Slide your eyes along this tall, thin sculpture from top to bottom. What do you see? Bright, shiny bronze. A pointed tip. A sleekly rounded shape, tapering at the end. And then things change. The forms become geometric (triangles and circles), and the materials are stone and wood instead of bronze.
What do you think you are looking at? Does it seem familiar? The artist who made this sculpture didn't include many details. He wanted above all to show the spirit of the figure.
Constantin Brancusi Romanian, 1876-1957 Golden Bird, about 1919 Bronze; limestone and wood base Minneapolis Institute of Art © 2000 Artists Rights Society (ARS), New York
Constantin Brancusi was born in a small Romanian village in 1876. As the son of peasants, he did not attend school. Instead, at the age of seven he began working as a shepherd. During his early years he also learned to carve wood, a skill highly regarded in the Romanian countryside. When his great talent was noticed, he enrolled in the School of Arts and Crafts in nearby Craiova. Later, he won a contest for admission to the National School of Fine Arts in Bucharest.
Brancusi loved his home, but he wanted to experience the art world outside of Romania. He particularly wanted to go to Paris once he learned of the famous French sculptor Auguste Rodin. In 1904, Brancusi traveled first to Munich, Germany, and then made his way to Paris. It is thought that he walked much of the way.
Rodin's sculptures continued to interest Brancusi when he studied in Paris. The first artworks he showed at an important exhibition resembled Rodin's sinewy figures. However, when invited to join Rodin's workshop as an apprentice, Brancusi stayed only briefly, saying, Nothing grows in the shade of a tall tree. He soon abandoned his classical-looking sculptures and started experimenting with abstract forms.
Brancusi grew up in a small village in Romania, a country in Eastern Europe.
The classical-looking sculpture of Auguste Rodin prompted Brancusi's journey to Paris. But after a few years in Paris, Brancusi began creating abstract, simplified forms. Auguste Rodin, The Cathedral, after 1908, bronze, Minneapolis Institute of Art, Gift of Dr. and Mrs. Werner Simon
At first glance, Golden Bird doesn't look like much of a bird. It has no feathers or wings. The bright, brassy yellow isn't a color you'd expect to see on a bird. And if you could reach out and touch the sculpture it would feel cool and sleek, not soft like feathers.
But take a moment to close your eyes and imagine a bird soaring straight up into the air. Then look at the sculpture again. Can you see a bird now? Picture the narrow upper part as a neck and the very top as an open beak, open perhaps in song. Does the shiny, slim form give you a sense of the bird's speed as it bursts into the sky? And could the long, tapered end possibly be the tail feathers? Keep looking, and the bird will appear.
Brancusi wasn't concerned with showing every little detail in his sculptures. He wanted, above all, to capture his subject's essential form in this case, the sleek, rounded form of a bird in flight. He also liked to make the base of a sculpture as important as the subject itself. In the base of Golden Bird, Brancusi's early love of woodworking shows up in his work as an artist.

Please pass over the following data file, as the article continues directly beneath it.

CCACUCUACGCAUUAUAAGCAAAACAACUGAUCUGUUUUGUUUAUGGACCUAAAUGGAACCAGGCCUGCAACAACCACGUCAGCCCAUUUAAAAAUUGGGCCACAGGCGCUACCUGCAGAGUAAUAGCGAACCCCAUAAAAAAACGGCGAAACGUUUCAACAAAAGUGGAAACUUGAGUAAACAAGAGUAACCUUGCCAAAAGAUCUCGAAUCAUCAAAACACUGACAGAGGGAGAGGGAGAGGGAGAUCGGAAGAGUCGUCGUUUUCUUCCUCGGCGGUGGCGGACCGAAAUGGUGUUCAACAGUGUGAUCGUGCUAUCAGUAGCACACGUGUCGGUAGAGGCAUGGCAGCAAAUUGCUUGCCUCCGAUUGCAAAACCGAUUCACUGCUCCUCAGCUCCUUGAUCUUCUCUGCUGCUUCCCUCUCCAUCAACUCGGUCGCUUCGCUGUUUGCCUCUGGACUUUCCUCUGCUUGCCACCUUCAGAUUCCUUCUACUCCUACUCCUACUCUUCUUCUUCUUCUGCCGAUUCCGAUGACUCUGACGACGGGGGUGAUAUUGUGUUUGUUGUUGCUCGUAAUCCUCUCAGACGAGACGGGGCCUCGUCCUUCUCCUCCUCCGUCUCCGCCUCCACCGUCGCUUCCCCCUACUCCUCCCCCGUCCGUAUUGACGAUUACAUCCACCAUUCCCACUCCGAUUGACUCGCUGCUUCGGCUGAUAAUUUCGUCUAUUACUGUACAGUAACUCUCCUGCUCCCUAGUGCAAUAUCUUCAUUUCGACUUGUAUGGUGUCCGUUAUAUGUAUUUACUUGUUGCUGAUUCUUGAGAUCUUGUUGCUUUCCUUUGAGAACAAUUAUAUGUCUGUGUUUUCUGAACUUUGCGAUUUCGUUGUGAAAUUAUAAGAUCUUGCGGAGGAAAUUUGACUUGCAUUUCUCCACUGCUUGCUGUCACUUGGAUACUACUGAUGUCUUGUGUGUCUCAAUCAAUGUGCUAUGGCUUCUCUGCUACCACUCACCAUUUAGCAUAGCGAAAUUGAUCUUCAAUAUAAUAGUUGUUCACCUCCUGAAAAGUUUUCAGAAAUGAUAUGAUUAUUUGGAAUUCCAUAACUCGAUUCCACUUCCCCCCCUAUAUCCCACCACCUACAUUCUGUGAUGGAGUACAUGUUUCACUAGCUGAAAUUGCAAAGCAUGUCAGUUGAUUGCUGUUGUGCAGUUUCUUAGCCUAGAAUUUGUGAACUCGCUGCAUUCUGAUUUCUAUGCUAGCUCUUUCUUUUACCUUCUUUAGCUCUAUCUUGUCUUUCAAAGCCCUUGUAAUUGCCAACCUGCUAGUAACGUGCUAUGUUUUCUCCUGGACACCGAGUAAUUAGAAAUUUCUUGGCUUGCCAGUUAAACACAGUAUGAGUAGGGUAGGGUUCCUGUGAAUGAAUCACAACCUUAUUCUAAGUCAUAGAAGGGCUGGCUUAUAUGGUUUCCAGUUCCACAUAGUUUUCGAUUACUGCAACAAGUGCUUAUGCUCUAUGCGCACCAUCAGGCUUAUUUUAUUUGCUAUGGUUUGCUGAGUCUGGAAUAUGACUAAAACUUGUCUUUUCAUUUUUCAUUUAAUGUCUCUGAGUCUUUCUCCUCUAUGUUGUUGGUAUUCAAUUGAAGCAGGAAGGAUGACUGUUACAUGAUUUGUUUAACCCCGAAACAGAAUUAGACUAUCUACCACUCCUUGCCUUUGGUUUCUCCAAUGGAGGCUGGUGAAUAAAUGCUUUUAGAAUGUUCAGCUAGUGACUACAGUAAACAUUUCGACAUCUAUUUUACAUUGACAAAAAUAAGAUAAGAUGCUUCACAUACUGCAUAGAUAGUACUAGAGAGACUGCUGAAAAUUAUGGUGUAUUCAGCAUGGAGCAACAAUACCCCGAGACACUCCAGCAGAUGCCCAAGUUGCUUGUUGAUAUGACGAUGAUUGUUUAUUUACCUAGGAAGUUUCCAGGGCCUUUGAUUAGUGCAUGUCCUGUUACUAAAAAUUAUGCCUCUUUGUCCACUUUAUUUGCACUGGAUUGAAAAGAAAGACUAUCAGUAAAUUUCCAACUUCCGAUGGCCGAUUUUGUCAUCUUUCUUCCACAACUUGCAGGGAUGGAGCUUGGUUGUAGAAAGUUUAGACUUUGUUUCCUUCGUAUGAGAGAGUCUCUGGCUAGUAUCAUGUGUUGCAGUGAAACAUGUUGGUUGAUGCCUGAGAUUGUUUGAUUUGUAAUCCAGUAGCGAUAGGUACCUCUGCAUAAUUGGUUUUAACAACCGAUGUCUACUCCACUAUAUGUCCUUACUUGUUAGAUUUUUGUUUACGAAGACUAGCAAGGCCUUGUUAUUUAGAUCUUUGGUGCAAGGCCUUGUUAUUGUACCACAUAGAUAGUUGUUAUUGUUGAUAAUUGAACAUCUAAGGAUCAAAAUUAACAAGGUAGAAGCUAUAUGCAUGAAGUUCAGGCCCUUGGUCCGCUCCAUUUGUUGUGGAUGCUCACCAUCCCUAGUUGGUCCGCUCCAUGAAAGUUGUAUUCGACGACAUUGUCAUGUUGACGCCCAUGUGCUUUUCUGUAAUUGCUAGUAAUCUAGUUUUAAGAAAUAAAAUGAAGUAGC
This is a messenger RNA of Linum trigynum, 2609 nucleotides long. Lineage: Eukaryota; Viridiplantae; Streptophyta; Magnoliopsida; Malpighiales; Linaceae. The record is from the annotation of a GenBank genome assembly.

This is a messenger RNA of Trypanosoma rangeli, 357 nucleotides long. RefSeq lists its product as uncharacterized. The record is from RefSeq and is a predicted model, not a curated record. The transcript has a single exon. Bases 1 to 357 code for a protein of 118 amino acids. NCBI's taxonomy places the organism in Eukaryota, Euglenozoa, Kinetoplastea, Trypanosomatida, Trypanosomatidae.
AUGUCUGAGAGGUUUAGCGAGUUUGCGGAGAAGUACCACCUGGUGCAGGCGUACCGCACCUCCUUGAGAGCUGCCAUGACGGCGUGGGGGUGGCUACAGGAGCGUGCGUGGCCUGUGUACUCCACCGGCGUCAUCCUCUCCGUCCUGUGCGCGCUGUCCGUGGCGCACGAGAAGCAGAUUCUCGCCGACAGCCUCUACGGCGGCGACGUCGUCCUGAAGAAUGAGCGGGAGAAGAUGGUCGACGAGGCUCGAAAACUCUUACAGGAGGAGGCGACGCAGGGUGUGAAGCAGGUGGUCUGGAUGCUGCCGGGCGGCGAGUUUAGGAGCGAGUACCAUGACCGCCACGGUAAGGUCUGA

The Kiss, made in 1908, is considered one of Brancusi's first abstract sculptures. For decades the artist revisited this subject, which became one of his signature themes. Constantin Brancusi, The Kiss, 1916, limestone, © Philadelphia Museum of Art: The Louise and Walter Arensberg Collection, 1950
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Brancusi often combined different materials in his sculptures bases. For Golden Bird he used both wood and stone.
Brancusi's inspiration for this sculpture was a Romanian legend about a dazzling gold-feathered bird. This bird, called the Maiastra, had magical powers. Its beautiful song was said to restore sight to the blind and make old people youthful again. Brancusi titled many of his bird sculptures Maiastra.
Golden Bird wasn't Brancusi's first bird-in-flight sculpture, nor was it his last. In fact, Brancusi returned to this subject nearly thirty times over the course of forty years. His first bird sculpture, made around 1910, was of marble. After 1919, he began creating birds in bronze.
Brancusi's switch to bronze for his sculptures led to quite a controversy. In the late 1920s he tried to ship a Bird in Space sculpture to a client in the United States. Under U.S. law, art objects entering the country were not supposed to be taxed. But a U.S. customs official didn't consider the abstract sculpture to be art. He classified it instead as raw metal and imposed a tax. When Brancusi challenged the tax in court, the judge found that even though the sculpture might not look like a bird, it was still art. That ruling was considered a great victory for modern art.
This photograph shows Brancusi in his art studio, with a bird sculpture in the background. Edward Steichen, Brancusi in His Studio, Paris, 1927, gelatin silver print, © Museum of Fine Arts, Boston
Brancusi made his first bird sculptures of marble. How does this sculpture compare with Golden Bird? Constantin Brancusi, Maiastra, 1912, white marble, marble base, © Philadelphia Museum of Art: The Louise and Walter Arensberg Collection, 1950
In his sculpture, Brancusi included only a few, abstracted details that suggest a bird. What abstracted features would you include for a horse? A monkey? A lion? Create an abstract sculpture of an animal of your choice.
Brainstorm six adjectives that describe Golden Bird. Then use those words to write a poem about the sculpture.
Use the search tool on Mia’s website to discover hundreds of artworks from around the world featuring birds. Better yet, visit Mia to explore the galleries to see how many birds you can spot! If you want to visit as a school group, request a tour using our online form.